For the answer to be complete, there remains to prove that $\lambda_-$ must equal $-\lambda_+$ for optimality. Using the AGI, we find easily that we cannot improve the modulus by taking $m>2$.

  • $\begingroup$ The final comment refers to the presumed permutation-conjugacy of any optimal example? It probably follows from the inequality $(BC -\lambda^2)x \geq BDy + |\lambda|Ax$ (but I confess I don't see how to show $A$ is zero from this; irreducibility would help, but Idon't see the reduction to a smaller case, and $A$ can have rows entirely zero). $\endgroup$ – David Handelman May 19 '16 at 8:25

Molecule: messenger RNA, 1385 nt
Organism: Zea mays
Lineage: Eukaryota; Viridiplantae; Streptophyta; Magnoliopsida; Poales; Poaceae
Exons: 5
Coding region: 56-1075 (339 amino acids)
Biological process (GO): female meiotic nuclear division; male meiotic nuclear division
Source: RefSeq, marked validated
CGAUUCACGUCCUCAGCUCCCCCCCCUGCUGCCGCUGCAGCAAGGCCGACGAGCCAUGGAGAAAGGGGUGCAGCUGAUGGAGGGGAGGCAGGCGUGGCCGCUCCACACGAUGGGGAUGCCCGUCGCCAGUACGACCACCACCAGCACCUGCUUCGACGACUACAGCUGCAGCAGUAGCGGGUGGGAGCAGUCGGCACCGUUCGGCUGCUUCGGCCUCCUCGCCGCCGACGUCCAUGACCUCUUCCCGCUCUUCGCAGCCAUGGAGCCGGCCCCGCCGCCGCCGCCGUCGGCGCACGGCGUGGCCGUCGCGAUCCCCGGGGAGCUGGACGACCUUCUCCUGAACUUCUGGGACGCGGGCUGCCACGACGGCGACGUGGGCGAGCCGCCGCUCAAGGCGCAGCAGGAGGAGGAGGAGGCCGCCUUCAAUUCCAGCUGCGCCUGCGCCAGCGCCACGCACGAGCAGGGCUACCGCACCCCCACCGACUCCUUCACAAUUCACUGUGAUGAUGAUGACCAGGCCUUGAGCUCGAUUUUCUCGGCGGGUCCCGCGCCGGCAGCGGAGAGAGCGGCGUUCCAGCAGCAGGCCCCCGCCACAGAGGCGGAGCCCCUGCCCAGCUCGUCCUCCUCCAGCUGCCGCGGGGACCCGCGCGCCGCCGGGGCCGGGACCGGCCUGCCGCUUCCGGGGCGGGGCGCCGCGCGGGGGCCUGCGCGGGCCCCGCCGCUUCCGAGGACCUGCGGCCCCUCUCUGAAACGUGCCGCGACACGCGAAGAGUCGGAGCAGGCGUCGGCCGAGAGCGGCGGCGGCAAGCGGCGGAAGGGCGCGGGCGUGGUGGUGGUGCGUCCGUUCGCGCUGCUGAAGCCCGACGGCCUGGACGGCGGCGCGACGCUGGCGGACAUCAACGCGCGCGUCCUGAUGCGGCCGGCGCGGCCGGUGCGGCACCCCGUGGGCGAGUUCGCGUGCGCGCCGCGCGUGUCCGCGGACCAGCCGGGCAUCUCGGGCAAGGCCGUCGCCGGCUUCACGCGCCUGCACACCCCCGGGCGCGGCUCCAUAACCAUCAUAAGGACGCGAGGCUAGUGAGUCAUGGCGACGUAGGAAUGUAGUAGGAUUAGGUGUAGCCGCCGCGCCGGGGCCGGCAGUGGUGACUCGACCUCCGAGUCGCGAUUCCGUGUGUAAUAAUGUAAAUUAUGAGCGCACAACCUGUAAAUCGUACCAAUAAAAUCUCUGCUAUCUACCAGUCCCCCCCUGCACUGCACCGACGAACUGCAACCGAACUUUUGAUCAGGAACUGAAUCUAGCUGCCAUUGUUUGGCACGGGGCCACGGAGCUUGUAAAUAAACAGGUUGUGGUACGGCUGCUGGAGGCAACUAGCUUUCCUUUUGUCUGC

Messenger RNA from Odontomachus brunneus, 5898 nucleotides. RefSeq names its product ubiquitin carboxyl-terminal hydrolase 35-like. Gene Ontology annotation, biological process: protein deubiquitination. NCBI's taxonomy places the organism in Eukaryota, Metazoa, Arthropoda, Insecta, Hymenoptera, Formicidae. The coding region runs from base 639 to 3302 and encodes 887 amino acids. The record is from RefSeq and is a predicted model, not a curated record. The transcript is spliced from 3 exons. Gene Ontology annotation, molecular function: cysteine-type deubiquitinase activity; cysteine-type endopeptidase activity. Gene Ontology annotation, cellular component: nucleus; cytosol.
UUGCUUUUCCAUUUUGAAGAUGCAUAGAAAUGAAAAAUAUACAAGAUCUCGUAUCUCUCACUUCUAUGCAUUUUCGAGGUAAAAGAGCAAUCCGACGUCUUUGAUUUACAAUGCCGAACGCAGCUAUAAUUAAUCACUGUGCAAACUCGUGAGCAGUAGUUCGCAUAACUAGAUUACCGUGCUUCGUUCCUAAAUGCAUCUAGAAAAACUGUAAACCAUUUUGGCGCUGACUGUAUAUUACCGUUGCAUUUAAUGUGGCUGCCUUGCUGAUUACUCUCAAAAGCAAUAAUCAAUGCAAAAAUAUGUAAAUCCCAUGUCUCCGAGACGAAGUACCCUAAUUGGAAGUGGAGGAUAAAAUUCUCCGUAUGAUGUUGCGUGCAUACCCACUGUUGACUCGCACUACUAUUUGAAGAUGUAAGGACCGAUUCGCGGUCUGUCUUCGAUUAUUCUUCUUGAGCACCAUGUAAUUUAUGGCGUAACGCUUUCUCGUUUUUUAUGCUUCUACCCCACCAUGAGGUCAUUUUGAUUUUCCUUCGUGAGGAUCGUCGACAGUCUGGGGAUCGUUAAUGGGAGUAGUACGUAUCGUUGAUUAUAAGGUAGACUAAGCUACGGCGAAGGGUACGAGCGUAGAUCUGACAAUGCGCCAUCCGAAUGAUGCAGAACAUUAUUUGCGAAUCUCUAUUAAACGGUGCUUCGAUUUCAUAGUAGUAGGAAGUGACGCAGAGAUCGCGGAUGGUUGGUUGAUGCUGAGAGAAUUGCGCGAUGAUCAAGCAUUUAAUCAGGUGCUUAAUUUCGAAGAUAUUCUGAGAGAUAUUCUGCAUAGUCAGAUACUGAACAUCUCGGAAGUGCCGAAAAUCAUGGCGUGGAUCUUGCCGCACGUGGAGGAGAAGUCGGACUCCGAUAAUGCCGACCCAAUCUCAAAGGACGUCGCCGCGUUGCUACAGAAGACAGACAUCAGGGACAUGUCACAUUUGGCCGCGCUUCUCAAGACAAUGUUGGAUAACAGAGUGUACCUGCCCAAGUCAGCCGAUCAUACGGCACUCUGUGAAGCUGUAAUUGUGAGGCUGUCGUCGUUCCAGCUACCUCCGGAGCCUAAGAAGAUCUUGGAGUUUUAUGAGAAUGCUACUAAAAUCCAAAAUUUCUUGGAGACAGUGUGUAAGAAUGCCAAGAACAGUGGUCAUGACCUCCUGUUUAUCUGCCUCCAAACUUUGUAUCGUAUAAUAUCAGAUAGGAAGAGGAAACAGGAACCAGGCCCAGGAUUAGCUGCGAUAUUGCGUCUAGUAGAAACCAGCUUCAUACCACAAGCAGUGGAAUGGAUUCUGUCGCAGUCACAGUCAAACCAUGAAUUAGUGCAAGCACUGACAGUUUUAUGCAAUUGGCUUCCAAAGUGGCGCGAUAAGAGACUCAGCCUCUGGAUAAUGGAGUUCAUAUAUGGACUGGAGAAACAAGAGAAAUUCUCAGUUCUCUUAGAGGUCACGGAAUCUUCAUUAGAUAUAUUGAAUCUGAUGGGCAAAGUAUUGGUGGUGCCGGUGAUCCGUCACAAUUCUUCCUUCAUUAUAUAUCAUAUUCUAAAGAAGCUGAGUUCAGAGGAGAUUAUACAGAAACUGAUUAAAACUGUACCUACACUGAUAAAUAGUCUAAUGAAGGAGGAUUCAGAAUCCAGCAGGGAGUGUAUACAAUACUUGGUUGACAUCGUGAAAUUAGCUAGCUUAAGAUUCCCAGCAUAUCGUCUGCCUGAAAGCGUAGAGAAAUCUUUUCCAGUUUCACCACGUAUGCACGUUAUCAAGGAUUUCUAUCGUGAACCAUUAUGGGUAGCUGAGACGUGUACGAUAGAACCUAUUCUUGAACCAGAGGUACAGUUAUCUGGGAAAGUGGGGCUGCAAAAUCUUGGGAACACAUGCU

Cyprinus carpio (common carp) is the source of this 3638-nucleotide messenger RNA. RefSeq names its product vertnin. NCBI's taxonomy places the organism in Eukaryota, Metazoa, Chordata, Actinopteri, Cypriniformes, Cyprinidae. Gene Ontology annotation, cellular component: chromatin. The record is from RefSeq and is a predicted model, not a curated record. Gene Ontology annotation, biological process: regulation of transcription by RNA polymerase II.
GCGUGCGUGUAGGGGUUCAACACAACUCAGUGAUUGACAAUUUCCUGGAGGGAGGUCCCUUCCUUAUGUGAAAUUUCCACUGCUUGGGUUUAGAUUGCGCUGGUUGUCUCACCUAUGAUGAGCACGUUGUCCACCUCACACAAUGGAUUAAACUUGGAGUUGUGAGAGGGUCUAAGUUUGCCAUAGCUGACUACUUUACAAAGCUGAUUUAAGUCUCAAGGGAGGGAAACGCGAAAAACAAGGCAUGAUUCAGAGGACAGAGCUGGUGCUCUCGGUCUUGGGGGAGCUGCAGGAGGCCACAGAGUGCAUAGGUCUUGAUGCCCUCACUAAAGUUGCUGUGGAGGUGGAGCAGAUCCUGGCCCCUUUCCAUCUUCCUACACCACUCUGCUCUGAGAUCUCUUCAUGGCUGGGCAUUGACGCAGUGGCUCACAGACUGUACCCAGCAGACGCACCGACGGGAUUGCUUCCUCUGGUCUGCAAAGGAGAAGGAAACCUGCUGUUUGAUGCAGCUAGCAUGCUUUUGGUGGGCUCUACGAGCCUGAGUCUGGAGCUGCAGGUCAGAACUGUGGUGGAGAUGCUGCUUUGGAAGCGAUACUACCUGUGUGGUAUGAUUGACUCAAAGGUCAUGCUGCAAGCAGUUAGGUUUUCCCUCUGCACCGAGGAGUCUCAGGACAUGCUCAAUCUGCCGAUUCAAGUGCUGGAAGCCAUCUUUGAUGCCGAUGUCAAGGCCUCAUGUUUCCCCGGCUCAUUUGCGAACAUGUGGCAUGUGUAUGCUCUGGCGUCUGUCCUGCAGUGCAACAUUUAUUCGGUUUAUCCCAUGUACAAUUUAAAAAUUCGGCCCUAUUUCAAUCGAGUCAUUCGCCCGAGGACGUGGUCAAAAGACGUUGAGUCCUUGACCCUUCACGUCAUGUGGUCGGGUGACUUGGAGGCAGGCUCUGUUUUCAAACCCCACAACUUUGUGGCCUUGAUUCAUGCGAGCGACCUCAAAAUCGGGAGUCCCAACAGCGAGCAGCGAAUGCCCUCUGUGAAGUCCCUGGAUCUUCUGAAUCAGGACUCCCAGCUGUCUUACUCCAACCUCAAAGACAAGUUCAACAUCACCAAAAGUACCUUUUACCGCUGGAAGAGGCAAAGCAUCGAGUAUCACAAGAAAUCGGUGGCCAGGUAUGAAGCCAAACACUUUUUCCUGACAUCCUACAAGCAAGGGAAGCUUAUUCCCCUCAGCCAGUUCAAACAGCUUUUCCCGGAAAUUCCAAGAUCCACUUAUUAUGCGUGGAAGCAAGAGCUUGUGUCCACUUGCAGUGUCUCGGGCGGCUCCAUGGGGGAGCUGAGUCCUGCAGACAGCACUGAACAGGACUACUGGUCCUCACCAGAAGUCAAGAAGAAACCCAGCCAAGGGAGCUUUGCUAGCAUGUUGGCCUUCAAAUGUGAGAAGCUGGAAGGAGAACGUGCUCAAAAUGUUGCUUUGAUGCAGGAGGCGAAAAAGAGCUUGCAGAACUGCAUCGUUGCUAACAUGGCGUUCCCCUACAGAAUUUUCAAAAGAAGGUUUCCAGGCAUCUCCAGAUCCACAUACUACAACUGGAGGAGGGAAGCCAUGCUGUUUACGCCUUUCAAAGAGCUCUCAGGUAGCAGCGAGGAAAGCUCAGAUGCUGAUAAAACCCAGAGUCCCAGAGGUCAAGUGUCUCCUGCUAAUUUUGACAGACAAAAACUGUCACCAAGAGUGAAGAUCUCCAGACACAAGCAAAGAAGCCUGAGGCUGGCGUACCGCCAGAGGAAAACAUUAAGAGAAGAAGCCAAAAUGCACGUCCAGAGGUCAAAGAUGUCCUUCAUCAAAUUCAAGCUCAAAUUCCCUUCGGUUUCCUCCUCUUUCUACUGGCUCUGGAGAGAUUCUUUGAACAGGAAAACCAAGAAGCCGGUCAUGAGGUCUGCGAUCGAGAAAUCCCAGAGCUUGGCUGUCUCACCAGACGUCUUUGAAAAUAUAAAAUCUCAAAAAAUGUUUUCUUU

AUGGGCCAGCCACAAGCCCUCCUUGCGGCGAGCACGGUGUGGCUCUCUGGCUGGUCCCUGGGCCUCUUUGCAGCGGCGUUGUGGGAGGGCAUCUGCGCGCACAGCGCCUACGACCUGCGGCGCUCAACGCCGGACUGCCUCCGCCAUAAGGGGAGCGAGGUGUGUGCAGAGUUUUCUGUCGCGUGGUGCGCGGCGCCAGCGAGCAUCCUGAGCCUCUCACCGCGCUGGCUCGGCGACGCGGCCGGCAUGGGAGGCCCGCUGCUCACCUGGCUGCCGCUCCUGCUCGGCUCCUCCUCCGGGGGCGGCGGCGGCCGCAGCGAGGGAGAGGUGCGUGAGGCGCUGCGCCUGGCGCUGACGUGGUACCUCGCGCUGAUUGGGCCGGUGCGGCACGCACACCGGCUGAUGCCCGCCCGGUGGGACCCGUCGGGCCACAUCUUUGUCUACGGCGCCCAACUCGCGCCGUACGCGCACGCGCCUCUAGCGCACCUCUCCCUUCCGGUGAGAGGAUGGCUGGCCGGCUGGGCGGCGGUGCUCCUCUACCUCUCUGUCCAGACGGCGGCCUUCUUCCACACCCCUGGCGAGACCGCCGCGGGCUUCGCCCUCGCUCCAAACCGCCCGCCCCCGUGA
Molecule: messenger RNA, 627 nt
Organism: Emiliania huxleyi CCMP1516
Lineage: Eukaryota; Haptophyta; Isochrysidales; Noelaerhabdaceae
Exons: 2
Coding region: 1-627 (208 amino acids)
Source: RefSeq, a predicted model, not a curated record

• $\begingroup$ I'm getting more and more confused: What was wrong with Brendan's argument? Let me repeat my summary from above please: let $A$ be a $0-1$ matrix, and let $\lambda_-$ be its smallest (real) eigenvalue, with normalized ev $x$. Then, trivially, $\lambda_-=\langle x, Ax\rangle$. However, $\langle x, Bx\rangle\le\langle x, Ax \rangle$ for the (block) matrix $B$ that Brendan constructs by simply minimizing this quadratic form over the matrix, given $x$. Now since $B$ happens to be symmetric, $\lambda_-(B)\le \langle x, Bx\rangle$, and a computation shows that $B$ has the conjectured optimal ev. QED $\endgroup$ – Christian Remling May 19 '16 at 22:51

Your Answer

By clicking “Post Your Answer”, you agree to our terms of service, privacy policy and cookie policy

Not the answer you're looking for? Browse other questions tagged or ask your own question.